Western Program Director
(1986) University of Exeter, England
Areas of Expertise
Fungal Movement. Few scientists are aware of the extraordinary range of movements accomplished by fungi. The speed of these biophysical processes ranges from the slow extension of hyphae accompanying the penetration of plant tissues, to blisteringly fast mechanisms of spore discharge. Current research in the Money lab is concerned with spore discharge in basidiomycete and ascomycete fungi: How do these mechanisms work and how might they have evolved? Experimental approaches include (i) the use of ultra high speed digital video to capture images of spore motion, (ii) the employment of new analytical tools to study the chemical processes that prime these discharge mechanisms, and (iii) mathematical modeling of the launch and subsequent flight of microscopic spores.
Indoor Molds. From first breath to last gasp humans inhale the microscopic spores of fungi, usually to little ill effect. In recent years, however, the spores of indoor molds have acquired a singularly bad reputation. Stories of black molds that plague homes and poison and stupify their inhabitants have swept the nation. Stachybotrys chartarum is a toxin-producing fungus that has been indicted as the worst of all molds. No other fungus produces such a range of toxins in such high concentrations. But despite its unpleasant resume, medical evidence linking Stachybotrys to specific illnesses is sketchy. The way in which people might be exposed to the mycotoxins generated by this fungus is one area of uncertainty, and experiments on conidial dispersal in the Money lab are designed to solve this part of the indoor mold puzzle.
Fischer, M. W. F., Stolze-Rybczynski, J. L., Davis, D. J., Cui, Y., and Money, N. P. 2010. Solving the aerodynamics of fungal flight: How air viscosity slows spore motion. Fungal Biology 114: 943-948.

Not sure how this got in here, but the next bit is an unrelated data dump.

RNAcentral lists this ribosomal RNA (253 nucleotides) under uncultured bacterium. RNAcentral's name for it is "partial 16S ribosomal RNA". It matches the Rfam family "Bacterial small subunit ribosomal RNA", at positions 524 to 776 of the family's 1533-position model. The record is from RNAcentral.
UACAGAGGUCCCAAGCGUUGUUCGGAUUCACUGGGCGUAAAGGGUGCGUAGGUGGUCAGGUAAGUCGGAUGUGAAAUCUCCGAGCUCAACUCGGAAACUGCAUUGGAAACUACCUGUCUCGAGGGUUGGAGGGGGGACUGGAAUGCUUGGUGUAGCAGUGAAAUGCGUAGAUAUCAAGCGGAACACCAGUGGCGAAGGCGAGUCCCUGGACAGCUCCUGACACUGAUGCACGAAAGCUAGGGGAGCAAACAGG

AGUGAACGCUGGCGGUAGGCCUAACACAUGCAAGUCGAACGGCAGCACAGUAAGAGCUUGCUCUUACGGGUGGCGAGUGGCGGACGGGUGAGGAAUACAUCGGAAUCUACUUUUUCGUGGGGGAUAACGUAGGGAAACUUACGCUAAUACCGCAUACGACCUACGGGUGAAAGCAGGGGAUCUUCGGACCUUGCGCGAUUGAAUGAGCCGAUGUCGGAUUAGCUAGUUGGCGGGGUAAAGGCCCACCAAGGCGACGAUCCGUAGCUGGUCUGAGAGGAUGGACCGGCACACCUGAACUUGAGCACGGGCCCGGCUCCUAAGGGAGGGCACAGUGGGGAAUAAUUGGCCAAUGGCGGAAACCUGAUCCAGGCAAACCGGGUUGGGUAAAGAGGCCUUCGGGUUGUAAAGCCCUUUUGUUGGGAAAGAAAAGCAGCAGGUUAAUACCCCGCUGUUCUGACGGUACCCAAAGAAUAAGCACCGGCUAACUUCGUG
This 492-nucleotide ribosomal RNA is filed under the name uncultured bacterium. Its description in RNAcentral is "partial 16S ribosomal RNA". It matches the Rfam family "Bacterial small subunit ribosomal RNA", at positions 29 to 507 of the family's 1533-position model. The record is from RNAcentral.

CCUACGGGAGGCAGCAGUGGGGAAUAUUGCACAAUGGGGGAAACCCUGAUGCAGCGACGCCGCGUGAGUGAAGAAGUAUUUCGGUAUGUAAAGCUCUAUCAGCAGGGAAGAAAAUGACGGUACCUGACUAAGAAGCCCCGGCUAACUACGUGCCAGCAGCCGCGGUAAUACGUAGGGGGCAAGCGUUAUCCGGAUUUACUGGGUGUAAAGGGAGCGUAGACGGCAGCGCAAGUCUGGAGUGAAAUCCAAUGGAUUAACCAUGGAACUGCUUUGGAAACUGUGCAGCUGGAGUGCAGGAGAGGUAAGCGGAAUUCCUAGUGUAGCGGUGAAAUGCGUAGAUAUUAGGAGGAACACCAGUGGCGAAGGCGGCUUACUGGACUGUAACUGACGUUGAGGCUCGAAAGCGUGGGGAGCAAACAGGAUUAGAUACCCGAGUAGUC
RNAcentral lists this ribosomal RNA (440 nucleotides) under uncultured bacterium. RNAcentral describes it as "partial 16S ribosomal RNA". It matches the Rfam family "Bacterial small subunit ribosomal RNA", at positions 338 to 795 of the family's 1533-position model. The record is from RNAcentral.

Fischer, M. W. F., Stolze-Rybczynski, J. L., Cui, Y., and Money, N. P. 2010. How far and how fast can mushroom spores fly? Physical limits on ballistospore size and discharge distance in the Basidiomycota. Fungal Biology 114: 669-675.
Fischer, M. W. F., and Money, N. P. 2010. Why mushrooms form gills: efficiency of the lamellate morphology. Fungal Biology 114: 57-63.
Yafetto, L., Davis, D. J., and Money, N. P. 2009. Biomechanics of invasive growth by Armillaria rhizomorphs. Fungal Genetics and Biology 46: 688-694. doi:10.1016/j.fgb.2009.04.005
Money, N. P., and Fischer, M. W. F. 2009. Biomechanics of spore discharge in phytopathogens. In: Deising, H. ed. The Mycota, Volume 5, Plant Relationships, 2nd edition. Springer Verlag, New York, pp. 115-133.
Stolze-Rybczynski, J. L., Cui, Y., Stevens, M. H. H., Davis, D. J., Fischer, M. W. F., and Money, N. P. 2009. Adaptation of the spore discharge mechanism in the Basidiomycota. PLoS ONE 4(1): e4163 doi:10.1371/journal.pone.0004163
Yafetto, L., Carroll, L., Cui, Y., Davis, D. J., Fischer, M., Henterly, A. C., Kessler, J. D., Kilroy, H., Shidler, J. B., Stolze-Rybczynski, J. L., Sugawara, Z., and Money, N. P. 2008. The fastest flights in nature: high-speed spore discharge mechanisms among fungi. PLoS ONE 3(9): e3237. doi:10.1371/journal.pone.0003237
Money, N. P. 2008. Insights on the mechanics of hyphal growth. Fungal Biology Reviews 22: 71-76.
Money, N. P. 2007. The Triumph of the Fungi: A Rotten History. Oxford University Press, New York. ISBN13: 9780195189711.
Tucker, K., Stolze, L. L., Kennedy, A.H., and Money, N. P. 2007. Biomechanics of conidial dispersal in the toxic mold Stachybotrys chartarum. Fungal Genetics and Biology 44: 641-647.
Money, N. P. 2007. Biomechanics of invasive hyphal growth. In: Howard, R. J., and Gow, N. A. R., eds. The Mycota, Volume 8, Biology of the Fungal Cell, 2nd edition. Springer Verlag, New York, pp. 237-249.